India presents opportunity for women entrepreneurship to scale up, according to Mastercard Index of Women Entrepreneurs
With a global rank of 49, India is yet to step up overall conditions conducive to the success of women entrepreneurs
Bangalore, 7th March, 2017 – Women entrepreneurs have been carving out a niche for them across the globe, including India especially in niche and unconventional businesses. However, there is significant potential to harness the untapped potential of women’s entrepreneurship in India.
Mastercard Index of Women Entrepreneurs reveals that India scores an overall 41.7 points and ranks 49 among 54 economies surveyed globally with comparatively low Women Business Ownership percentages, thus leaving space for many more women entrepreneurs to join the league. The report further goes on to state that India presents lower opportunities for women to assume leadership/professional roles, participation in the workforce, or engagement in entrepreneurial activities - a disparity that helps explain the very low scores for Business Ownership by Women in the country.
Speaking on this, Sukanyya Misra, Senior Vice President & Group Head - South Asia | Advisors CoE at Mastercard Advisors said, “While necessity and grit are often important to foster female entrepreneurship, strong supporting conditions are an imperative for ensuring a high business ownership by women. While India is yet to travel a long road for scaling up opportunities that foster women entrepreneurship, the potential presented by the country is vast. As the Government and society do their bit to address certain socio-economic hindrances, Mastercard remains committed to help create conditions that will strengthen and enable better growth for female entrepreneurship.”
Lack of education, technological know-how and cultural bias coupled with stringent business and government regulations are some key impediments that happen to undermine women’s ability to rise to positions of leadership and take advantage of entrepreneurial opportunities in India. However, this only hints at the vast opportunity that the country exhibits to breed female entrepreneurship, provided the right mix of opportunities are harnessed.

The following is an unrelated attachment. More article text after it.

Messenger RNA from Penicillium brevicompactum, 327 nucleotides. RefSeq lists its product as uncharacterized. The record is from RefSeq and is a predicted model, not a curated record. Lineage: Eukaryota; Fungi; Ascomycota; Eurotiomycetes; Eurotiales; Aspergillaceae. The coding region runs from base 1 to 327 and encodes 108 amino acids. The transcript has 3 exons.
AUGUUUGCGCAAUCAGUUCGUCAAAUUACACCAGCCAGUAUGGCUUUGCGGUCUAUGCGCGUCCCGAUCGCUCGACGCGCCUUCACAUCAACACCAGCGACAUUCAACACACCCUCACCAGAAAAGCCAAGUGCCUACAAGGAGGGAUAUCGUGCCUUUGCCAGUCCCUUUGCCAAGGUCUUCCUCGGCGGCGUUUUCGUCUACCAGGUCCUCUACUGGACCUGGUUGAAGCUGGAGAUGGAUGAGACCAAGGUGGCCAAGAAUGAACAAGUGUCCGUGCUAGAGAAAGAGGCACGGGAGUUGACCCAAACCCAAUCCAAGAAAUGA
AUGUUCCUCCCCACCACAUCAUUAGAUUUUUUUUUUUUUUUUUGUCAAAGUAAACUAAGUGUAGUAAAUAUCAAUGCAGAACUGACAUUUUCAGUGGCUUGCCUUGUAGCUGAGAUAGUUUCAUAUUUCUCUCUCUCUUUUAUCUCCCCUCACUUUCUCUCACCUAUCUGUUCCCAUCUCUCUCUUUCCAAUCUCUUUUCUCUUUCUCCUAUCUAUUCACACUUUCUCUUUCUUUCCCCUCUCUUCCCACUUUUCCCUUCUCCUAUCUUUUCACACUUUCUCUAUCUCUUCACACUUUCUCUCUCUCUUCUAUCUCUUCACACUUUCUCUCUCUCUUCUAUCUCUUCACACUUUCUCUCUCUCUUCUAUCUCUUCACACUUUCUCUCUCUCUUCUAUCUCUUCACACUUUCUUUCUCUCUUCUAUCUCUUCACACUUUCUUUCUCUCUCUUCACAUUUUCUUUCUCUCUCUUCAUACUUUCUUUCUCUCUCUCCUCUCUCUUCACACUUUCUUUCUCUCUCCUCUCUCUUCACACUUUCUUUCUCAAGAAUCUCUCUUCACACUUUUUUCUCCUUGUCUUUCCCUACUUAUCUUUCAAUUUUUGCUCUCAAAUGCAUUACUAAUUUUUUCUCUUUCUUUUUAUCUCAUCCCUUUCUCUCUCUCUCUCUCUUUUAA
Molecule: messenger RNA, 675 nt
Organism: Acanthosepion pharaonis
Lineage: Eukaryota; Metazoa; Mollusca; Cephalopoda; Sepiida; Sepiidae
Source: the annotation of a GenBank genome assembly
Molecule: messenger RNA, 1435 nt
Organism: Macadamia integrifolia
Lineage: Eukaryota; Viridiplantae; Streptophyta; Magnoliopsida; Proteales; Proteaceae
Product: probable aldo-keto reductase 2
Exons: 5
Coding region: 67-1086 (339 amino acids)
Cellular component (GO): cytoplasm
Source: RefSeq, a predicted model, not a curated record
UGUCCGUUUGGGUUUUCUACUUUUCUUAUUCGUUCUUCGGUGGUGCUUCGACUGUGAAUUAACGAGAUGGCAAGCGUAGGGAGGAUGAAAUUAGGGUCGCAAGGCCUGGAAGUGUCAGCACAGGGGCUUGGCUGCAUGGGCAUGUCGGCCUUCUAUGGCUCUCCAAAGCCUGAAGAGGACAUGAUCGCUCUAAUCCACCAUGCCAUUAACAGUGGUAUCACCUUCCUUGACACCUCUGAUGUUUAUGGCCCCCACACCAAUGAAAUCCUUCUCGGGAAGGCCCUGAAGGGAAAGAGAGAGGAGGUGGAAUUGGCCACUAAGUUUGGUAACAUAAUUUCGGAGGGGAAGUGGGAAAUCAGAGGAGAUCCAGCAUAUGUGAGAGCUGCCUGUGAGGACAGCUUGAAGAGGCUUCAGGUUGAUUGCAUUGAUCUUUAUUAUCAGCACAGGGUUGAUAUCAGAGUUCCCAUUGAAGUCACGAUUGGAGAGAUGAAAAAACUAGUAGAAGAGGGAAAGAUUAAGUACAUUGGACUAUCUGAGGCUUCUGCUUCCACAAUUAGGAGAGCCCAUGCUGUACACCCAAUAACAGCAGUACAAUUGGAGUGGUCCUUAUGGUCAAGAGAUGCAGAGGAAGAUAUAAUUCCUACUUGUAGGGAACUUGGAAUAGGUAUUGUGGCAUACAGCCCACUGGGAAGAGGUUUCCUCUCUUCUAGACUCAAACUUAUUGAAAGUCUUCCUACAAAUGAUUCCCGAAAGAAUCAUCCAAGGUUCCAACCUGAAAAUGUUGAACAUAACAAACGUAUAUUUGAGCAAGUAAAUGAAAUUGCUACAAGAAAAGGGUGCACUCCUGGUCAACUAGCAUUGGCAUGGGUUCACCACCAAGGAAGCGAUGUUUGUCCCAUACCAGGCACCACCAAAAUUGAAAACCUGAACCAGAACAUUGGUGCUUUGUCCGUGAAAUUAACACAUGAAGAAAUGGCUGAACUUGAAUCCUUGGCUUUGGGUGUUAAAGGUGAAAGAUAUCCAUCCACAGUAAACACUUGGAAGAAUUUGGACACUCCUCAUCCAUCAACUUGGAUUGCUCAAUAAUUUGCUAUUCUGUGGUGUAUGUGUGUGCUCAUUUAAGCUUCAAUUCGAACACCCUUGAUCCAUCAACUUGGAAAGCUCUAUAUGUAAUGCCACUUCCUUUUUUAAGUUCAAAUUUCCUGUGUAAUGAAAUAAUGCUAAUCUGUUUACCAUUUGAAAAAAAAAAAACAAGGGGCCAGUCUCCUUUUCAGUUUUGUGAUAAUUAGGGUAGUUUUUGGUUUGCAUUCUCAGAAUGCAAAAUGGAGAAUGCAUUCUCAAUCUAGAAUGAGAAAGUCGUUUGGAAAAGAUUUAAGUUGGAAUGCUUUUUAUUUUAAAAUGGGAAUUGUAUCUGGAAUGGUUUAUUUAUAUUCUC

“Women have the ability to scale any heights and all they need is inspiration, understanding and support. And there are people, real heroes, who are making a difference in women’s lives for a better and empowered society. By increasing access to critical networks, our study shows that women are more able to recognize their full potential, achieve their goals and ultimately accelerate more inclusive growth. We have a fantastic opportunity to address cultural and organizational issues and further empower women leaders,” Sukanyya Mishra further added.
Overall developed markets top the index, led by New Zealand (74.4, 1st), Canada (72.4, 2nd) and the United States (69.9, 3rd). These countries have the strongest conditions that support women business ownership, such as robust small- and mid-sized business communities, a high quality of governance and ease of doing business. On the other hand, lower-income economies such as Uganda (34.8 percent), Bangladesh (31.6 percent) and Vietnam (31.4 percent) have some of the highest percentages of women entrepreneurs, driven mostly by necessity as opposed to being inspired by business opportunities.
The Mastercard Index of Women Entrepreneurs tracks female entrepreneurs’ ability to capitalize on opportunities granted through various supporting conditions within their local environments and is the weighted sum of three components: 1) Women’s Advancement Outcomes (degree of bias against women as workforce participants, political and business leaders, as well as the financial strength and entrepreneurial inclination of women), 2) Knowledge Assets and Financial Assets (degree of access women have to basic financial services, advanced knowledge assets, and support for small and medium enterprises), and 3) Supporting Entrepreneurial Conditions (overall perceptions on the ease on conducting business locally, quality of local governance, women’s perception of safety levels and cultural perception of women’s household financial influence).
The index uses 12 indicators and 25 sub-indicators to look at how 54 economies across Asia Pacific, Middle East & Africa, North America, Latin America and Europe, representing 78.6 percent of the world’s female labor force, differ in terms of the level of Women’s Advancement Outcomes, Knowledge Assets & Financial Access, and Supporting Entrepreneurial Factors.
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